Friday, June 19, 2009

The Two Who Were Alone! / Joe…

Here’s a couple different sort of nail biters for you from the Dec. ’51 issue of Adventures into Terror #7, the first story from Allen Bellman and the second from Hy Rosen. This is a good all-around issue, also featuring neat Joe Maneely and Harry Lazarus yarns, but most notably containing Basil Wolverton’s classic “Where Monsters Dwell” that we posted way back in October '07 from one of the numerous re-print versions… click HERE for it!





+++++++++++++++++++++

Vintage AD



+++++++++++++++++++++++

Joe...







STILL TO COME IN JUNE: More murderous mayhem, giant bugs, haunted houses, zombies, requests fulfilled, and much much more! June is ALL ATLAS Month at THOIA-- drop me a line and let me know what you think! Your feedback in IMPORTANT!

10 comments:

Mr. Cavin said...

I really liked he second story today a whole lot. The art was kind of dull and awkward, but had occasional glimpses of solid comic timing, actually (like that panel when Jane has her heart attack between Larry's legs a la the Graduate). The writing was very effective, however, at least up till the last page. I really found myself caring about Larry and his girl. The fifth panel on page four was really sort of devastating.

Thanks, Karswell.

Anonymous said...

The second story had art that was reminiscent of Harvey Kurtzman.

Karswell said...

I apologize in the delay of posts this week, took a quick lil trip to southern MO for a few days and didn't have time to prepare beforehand. I'll have another creepy double header up before the weekend is done though. I appreciate the couple comments so far but come on, let's see some more chit chat around here too! My statcounter tells me your here, I can see you, why not at least say something? It's more interesting that way, ya know?

goblin said...

Two great tales today.

I wasn't too keen on the art in 'The Two Who Were Alone' and the ending was rather predictable, but it was still a very atmospheric story.

'Joe…' I thought was inspired through and through. The idea of some sort of invisible creature that obeyed your every word even if you didn't really mean it is just terrifying. The art was kind of lacking in places, but I dug the facial expressions.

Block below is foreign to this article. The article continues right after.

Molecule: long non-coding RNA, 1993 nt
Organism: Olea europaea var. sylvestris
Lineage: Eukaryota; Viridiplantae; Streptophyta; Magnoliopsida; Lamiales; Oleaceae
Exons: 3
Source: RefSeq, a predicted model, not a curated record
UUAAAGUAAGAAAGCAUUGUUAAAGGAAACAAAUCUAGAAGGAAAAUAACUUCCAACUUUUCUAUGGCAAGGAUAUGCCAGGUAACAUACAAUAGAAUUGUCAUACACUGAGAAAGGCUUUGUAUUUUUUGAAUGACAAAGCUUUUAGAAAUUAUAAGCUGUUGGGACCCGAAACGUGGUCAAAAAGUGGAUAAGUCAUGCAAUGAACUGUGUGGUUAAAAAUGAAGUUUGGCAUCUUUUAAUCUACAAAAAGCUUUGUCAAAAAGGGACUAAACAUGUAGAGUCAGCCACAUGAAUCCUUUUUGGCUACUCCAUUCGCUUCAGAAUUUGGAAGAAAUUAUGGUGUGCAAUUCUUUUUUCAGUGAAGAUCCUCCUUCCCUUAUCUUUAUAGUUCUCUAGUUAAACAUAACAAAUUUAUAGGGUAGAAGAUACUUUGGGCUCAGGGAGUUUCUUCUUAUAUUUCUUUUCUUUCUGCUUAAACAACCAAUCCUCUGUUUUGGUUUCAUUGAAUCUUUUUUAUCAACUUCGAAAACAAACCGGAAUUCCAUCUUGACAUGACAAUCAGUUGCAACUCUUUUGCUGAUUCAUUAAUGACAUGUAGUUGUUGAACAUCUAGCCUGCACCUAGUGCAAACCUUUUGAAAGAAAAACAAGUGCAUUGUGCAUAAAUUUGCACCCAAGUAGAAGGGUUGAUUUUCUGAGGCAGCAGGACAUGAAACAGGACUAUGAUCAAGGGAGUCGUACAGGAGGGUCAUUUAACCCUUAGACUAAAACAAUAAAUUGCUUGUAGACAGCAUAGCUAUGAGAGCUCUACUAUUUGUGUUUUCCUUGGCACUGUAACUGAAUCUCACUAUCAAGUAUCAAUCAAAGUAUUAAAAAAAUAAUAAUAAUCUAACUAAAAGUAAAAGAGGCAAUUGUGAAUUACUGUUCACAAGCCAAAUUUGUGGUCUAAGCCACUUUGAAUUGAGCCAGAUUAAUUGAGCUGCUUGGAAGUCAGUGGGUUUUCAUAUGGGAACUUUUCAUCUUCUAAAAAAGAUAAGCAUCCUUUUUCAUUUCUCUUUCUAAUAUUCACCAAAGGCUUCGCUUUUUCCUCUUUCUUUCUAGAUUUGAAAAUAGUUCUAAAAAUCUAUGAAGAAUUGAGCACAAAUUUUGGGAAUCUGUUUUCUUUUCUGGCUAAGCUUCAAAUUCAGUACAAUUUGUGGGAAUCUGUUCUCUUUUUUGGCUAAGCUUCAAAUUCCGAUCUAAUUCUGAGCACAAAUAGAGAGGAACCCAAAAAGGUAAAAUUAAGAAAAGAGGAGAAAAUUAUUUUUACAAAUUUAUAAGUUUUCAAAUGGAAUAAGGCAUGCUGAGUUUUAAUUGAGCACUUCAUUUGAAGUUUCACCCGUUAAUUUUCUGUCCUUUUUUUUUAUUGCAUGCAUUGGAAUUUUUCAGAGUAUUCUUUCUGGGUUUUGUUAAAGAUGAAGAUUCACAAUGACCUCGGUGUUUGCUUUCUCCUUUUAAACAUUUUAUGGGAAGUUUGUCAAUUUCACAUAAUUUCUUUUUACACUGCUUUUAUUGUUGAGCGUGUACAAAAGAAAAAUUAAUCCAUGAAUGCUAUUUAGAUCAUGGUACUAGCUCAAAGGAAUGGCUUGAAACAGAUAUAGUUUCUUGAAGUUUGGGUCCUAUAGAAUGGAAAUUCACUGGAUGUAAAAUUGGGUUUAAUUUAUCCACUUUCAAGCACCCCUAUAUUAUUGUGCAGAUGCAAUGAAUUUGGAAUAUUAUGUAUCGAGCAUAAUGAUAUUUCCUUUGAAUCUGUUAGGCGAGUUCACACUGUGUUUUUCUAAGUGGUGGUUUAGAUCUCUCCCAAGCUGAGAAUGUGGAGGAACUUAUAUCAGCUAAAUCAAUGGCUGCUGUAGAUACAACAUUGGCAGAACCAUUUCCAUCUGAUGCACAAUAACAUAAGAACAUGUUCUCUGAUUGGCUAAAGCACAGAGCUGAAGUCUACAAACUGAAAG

Atlas Month has been great so far and I'm curious to see what's coming up next. Thanks again for everything, Karswell.

Anonymous said...

I CAN ALWAYS TELL THE EARLIER ATLAS STUFF FROM THE LATER STUFF BECAUSE THE WRITING SEEMS BETTER BUT THE ART THOUGH STILL REALLY GOOD ISNT AS SLICK.......... NO MATTER BOTH WERE COOL AND VERY ORIGINAL STORIES.

I WOULD HAVE COMMENTED SOONER BUT I JUST GOT BACK FROM VACATION TOO! THANKS KARS!!!!

prof. grewbeard said...

re: Joe.... it's funny, that little trick works for me too. unfortunately it's inconsistent...

8thRay said...

It's interesting how the broken leg on page 2 becomes a broken arm (without a hand at the end of it, oddly enough) in the flashback on page 6.

Anonymous said...

two scary stories with great art ahhhh...what more could a ghoul ask for? refried brains? joe is one cool dude hope he hangs around for a while before my head splits. oh shit!! later.

Radiation Cinema! said...

Karswell: Thanks for the post. Loved the first story and felt a real shiver when the curtains began to fade on their own. Great concept, how everything just begins to rot because the house hates life. I was not aware of Mort Larwence, but he certainly was spectacular and very cinematic. As you say, what a splash page! -- Mykal

Horror pariah said...

The first story is quite good for such a short story. I'd be tempted to use the phrase 'short n' sweet', but.....

I think I've mentioned it before when commenting on another story, but 'Joe' is one of the most effectively creepy and creative stories of the era. I bet a lot of kids watched their mouths for months.